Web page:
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Wednesday, 21 December 2011

Rival networking sites get overhaul

IT is the biggest change to Facebook since it launched in Britain in 2007.


In a totally new look, the "Timeline" feature replaces your home "Wall".


It makes everything you have ever done on Facebook ? along with your pictures ? appear in one screen that scrolls down year by year right back to when you were born.


Gaps before you joined the social networking site can be filled in whenever you like, meaning it will act like an archive of your whole life story.


The new concept of a COVER replaces the current Facebook profile pic.


It is much larger and designed to act, as its name suggests, like the front of a book or album.


It's a space for you to fill with an image that represents you and is the first thing visitors will see on your timeline.


If you want to see one kind of content, or get a snapshot of the basic information about someone, you can do so with the Timeline view that appears right under the cover.


These are filters that give you a way to see one type of content at once, such as Photos or Likes and Interests.


As you scroll down the Timeline, you'll see everything you've recently posted, just like you did on your old Wall.

But now your stories will be presented more neatly, with bigger photos and more emphasis on your posts.

As you scroll down, your Timeline summarizes and shows you only the most important things.


Use the Timeline slider on the right of the screen side to go back in time quickly.


At the top of your Timeline, you have a link to your private activity log.


It is a list of everything you've done or posted on Facebook.


The log itself is only visible to you and you can control which stories you want to feature and which ones you'd prefer to hide.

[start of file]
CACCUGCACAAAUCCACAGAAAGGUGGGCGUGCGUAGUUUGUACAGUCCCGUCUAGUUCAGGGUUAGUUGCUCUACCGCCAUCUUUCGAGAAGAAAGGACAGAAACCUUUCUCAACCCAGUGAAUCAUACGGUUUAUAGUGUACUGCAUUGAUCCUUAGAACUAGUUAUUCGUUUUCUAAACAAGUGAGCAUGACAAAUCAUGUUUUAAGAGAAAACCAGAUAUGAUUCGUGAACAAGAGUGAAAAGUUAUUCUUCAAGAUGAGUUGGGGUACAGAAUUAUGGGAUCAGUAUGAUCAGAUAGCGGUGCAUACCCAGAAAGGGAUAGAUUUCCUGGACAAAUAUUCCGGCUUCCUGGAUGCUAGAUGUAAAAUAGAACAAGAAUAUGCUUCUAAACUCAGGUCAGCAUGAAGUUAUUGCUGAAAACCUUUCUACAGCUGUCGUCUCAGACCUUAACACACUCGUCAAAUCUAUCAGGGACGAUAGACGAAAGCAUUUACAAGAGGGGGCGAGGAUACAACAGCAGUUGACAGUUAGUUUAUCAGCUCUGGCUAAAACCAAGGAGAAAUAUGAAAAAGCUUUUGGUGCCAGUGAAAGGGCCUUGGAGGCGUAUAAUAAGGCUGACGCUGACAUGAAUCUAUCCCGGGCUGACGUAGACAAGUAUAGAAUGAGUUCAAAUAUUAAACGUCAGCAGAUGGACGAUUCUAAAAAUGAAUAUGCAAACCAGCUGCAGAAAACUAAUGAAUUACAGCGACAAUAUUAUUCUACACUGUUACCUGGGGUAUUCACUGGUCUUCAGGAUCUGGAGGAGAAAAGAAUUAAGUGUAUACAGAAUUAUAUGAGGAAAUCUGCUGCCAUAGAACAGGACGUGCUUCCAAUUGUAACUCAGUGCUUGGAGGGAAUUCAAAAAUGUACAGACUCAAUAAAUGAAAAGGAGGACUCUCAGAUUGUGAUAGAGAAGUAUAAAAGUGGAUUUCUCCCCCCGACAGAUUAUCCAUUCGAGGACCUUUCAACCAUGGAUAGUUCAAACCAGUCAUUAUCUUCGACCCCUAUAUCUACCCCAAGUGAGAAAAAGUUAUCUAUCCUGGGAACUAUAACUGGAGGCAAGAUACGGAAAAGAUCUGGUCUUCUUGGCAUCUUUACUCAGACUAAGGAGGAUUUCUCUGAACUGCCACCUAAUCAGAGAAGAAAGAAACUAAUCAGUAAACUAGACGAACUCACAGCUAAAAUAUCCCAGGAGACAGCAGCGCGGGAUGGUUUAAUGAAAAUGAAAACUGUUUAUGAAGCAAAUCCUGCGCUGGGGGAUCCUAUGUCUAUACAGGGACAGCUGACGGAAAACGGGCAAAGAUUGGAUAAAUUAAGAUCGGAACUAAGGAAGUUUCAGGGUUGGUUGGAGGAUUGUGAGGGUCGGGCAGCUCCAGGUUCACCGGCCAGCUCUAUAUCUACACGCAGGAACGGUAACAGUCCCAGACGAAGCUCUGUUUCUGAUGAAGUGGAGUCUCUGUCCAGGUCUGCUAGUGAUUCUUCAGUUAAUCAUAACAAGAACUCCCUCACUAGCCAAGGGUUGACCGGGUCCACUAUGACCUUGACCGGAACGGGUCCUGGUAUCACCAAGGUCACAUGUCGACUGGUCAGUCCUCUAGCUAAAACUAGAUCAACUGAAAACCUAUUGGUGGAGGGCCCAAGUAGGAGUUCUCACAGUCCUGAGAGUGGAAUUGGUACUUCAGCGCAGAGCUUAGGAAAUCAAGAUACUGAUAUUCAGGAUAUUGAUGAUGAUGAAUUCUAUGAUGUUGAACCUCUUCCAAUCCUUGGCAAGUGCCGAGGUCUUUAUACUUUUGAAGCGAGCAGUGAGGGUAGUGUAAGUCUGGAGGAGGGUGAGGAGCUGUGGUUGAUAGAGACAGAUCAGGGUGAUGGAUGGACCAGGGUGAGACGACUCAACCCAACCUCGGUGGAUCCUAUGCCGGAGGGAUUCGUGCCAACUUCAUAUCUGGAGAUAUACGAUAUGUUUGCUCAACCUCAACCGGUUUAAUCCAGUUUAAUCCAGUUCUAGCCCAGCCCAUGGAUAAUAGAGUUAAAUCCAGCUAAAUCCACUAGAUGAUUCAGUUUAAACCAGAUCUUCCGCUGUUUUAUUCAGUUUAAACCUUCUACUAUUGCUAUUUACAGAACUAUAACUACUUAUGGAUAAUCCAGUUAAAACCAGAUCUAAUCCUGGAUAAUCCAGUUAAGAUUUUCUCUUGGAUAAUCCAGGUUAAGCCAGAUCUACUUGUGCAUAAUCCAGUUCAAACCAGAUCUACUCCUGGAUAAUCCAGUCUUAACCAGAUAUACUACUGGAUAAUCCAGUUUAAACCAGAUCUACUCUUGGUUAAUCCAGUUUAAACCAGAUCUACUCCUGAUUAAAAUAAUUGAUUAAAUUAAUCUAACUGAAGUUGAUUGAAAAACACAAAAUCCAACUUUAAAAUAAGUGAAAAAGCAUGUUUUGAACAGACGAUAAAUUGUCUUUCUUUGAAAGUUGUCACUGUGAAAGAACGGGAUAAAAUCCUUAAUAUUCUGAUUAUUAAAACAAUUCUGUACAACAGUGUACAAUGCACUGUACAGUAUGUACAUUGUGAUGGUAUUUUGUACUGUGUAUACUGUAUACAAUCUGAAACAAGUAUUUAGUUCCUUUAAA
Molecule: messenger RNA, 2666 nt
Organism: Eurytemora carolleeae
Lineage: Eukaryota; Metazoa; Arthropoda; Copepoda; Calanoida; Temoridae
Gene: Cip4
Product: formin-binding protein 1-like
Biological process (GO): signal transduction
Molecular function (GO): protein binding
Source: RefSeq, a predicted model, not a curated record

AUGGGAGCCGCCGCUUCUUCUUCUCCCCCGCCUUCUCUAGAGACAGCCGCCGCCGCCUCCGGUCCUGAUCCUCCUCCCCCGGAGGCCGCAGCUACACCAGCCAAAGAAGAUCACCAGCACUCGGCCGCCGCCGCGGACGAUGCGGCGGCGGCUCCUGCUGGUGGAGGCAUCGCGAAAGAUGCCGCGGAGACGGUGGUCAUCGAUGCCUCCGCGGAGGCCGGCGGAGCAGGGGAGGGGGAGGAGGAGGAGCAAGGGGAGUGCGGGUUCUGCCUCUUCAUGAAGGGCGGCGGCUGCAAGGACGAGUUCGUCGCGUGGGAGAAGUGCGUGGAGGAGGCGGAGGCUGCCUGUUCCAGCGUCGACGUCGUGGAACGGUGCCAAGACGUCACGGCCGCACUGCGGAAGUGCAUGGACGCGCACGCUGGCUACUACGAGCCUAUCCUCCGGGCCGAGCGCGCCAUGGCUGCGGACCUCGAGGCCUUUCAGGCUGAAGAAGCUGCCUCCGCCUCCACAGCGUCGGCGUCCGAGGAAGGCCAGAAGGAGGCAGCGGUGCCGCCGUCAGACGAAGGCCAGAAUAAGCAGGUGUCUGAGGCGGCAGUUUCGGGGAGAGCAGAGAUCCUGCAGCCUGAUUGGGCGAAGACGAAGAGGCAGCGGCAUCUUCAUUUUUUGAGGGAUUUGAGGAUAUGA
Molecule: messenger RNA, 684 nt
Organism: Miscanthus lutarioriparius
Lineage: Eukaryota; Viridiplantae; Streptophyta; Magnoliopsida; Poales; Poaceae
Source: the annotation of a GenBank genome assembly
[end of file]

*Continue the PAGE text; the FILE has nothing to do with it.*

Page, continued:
You can also change the privacy settings beside each post or even delete them.


Analyst with Mintel


THE re-design definitely encourages users to share more items as the timeline acts almost like a blog or memory book.


I think the new design also familiarises the site's users with the concept of regulalry logging their personal actions on the social network. Providing more easily accessible information is perhaps Facebook's approach to this.


It lets users show themselves more as who they are, rather than just a small piece of their personality captured on a form.


IN what has been a landmark year for Twitter, the social network has celebrated its fifth birthday with a design overhaul.


With a sleek new interface that bears more than a passing resemblance to Facebook, designers have produced a clean, functional layout.


Looking to improve the user's experience, Twitter have tinkered with the homepage, moving all slide bars to the left-hand side of the screen as well as providing a compressed box in which you can compose your new tweets.


The page on which you see your interactions with other users has been renamed Connect, with the option to view just tweets or everything.


Your profile, too, has been tweaked. But by far the biggest change has come in the form of the new section which is simply called DISCOVER.


This feature will effectively amalgamate the biggest stories of the moment into what might be called a Facebook-esque timeline.


An interactive version of the previous hashtag searches, Discover offers video content and article links as well as relevant tweets about popular topics. It means users can effectively go on Twitter and find out what's happening around the world in a more direct manner.


With links to authoritative news sources, such as The Sun, and relevant You Tube clips, it opens up a whole new world of immersion.


The traditional list of trending topics remains but this page brings that to life.


Now when searching for information and material regarding a particular topic, you're not just given a long list of largely inane tweets.


Though it's not identical to the old Facebook, there are certainly comparisons to be made between the new-look Twitter and the daddy of the social network phenomenon.


Analyst with Mintel


TWITTER'S redesign seems to be making the service more user-friendly to people who aren't already familiar with the site.


This is particularly true with the introduction of the discover tab which makes it more natural for users to go and explore topics and conversations.


Some of the changes also mean that in future users won't need to leave Twitter's website in order to view photos or videos, as these are now going to be embedded in the Twitter feeds themselves.

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